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This blog compiles the occasional musings of Randy Isaac who was ASA Executive Director from 2005 to 2016 and is now ASA Director Emeritus.

 

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Larson&Ruse Chapter 5--Darwinism and Belief

Posted By Randall D. Isaac, Monday, November 27, 2017

Ruse devotes this chapter to the philosophical background and perspectives of Darwinism and religion in general. He finds it noteworthy that Darwinism, by which he simply means Darwin’s theory of evolution through natural selection, arose out of Western culture, springing up from a Jewish or Christian view of life rather than from a non-Western culture. He suggests three big questions that Christianity and Judaism (and Islam as well though it did not tie into the origin of Darwinism as much) try to answer.

 

1.      “Where did everything come from?” Ancient Greek philosophers didn’t ask that. Matter just is and there’s no point in asking about origins. “The ancient Hebrew people did think in terms of origins and beginnings, and Christians followed them in doing so. This is what Genesis is all about. God made the world and set it in motion. That is the answer to where things came from ‘in the beginning.’ Believers needed to know that is true. It is central to their theology.”

2.      “What kind of world do people live in?” This is not a question that everyone asks but most people have some degree of curiosity about the world we live in. “…ancient Babylonians typically saw it as a dreadful place dominated by gods who were at best indifferent to humans and at worst malicious.” (p. 139) Others see a wonderful world, cleverly put together. “It was Plato who drew the inference that such a beautifully functioning world could not be pure chance, there must be an intelligence (aka God) that lies behind it. Aristotle was more biologically minded than Plato. It was he who saw that it is in the living world of plants and animals than one really finds this intricate functioning, this designlike nature, which seems to be more than just random chance…And it is here that Christian theologian-philosophers, from Thomas Aquinas to William Paley, stepped in to make sense of it all. To them, the world does seem like it is designed, because it is designed---by an all-powerful, all-loving being---the God of Christianity.”(p. 140)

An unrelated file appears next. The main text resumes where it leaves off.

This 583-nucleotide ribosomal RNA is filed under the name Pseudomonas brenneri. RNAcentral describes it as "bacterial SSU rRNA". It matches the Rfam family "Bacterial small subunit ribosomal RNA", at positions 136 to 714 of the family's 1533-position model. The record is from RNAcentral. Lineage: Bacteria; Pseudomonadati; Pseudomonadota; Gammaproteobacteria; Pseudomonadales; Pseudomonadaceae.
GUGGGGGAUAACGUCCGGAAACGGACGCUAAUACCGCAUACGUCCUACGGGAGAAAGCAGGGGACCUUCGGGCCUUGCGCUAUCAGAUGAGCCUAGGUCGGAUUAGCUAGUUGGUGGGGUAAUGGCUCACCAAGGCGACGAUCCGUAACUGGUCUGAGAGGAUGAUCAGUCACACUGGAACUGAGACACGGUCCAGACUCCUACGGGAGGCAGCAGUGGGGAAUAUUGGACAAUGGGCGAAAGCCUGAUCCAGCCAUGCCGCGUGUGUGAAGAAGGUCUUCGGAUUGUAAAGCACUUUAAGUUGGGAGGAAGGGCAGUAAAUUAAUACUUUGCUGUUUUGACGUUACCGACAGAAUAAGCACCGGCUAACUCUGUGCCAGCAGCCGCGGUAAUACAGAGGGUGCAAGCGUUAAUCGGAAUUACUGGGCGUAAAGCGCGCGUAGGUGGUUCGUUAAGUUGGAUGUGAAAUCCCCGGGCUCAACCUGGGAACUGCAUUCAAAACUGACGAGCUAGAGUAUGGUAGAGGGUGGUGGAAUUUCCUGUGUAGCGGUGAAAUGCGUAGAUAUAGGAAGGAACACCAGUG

3.      “Where do humans fit into the scheme of things?” Though it is humans themselves who do the judging, it seems clear that “…humans are way ahead of all other organisms…a consciousness of their own existence and of a sense of morality and mortality far beyond that of any other kind of animal. They are not gods, but…made in the image of God and are given ‘dominion’ over the earth and all its nonhuman inhabitants.”(p. 140-141)

 

How did this pave the way for evolutionary perspectives? The scientific notions that came from astronomy and geology and paleontology changed the prevailing view of a static universe to one of directional change. As more evidence was obtained, there seemed to be progressive change over time, an idea that was tentatively extended to a new philosophy of progress. “Humans unaided except by their natural or endowed reason can make things better.” (p. 143) The vague idea of evolutionary change began to be more appropriate than stasis.

 

Evolutionary ideas, capped by Darwin’s seminal 1859 book, provided answers to all three questions, though the similarities were overshadowed by some key differences from the prevailing Christian views. The provocative answers continue to inflame discussions even today.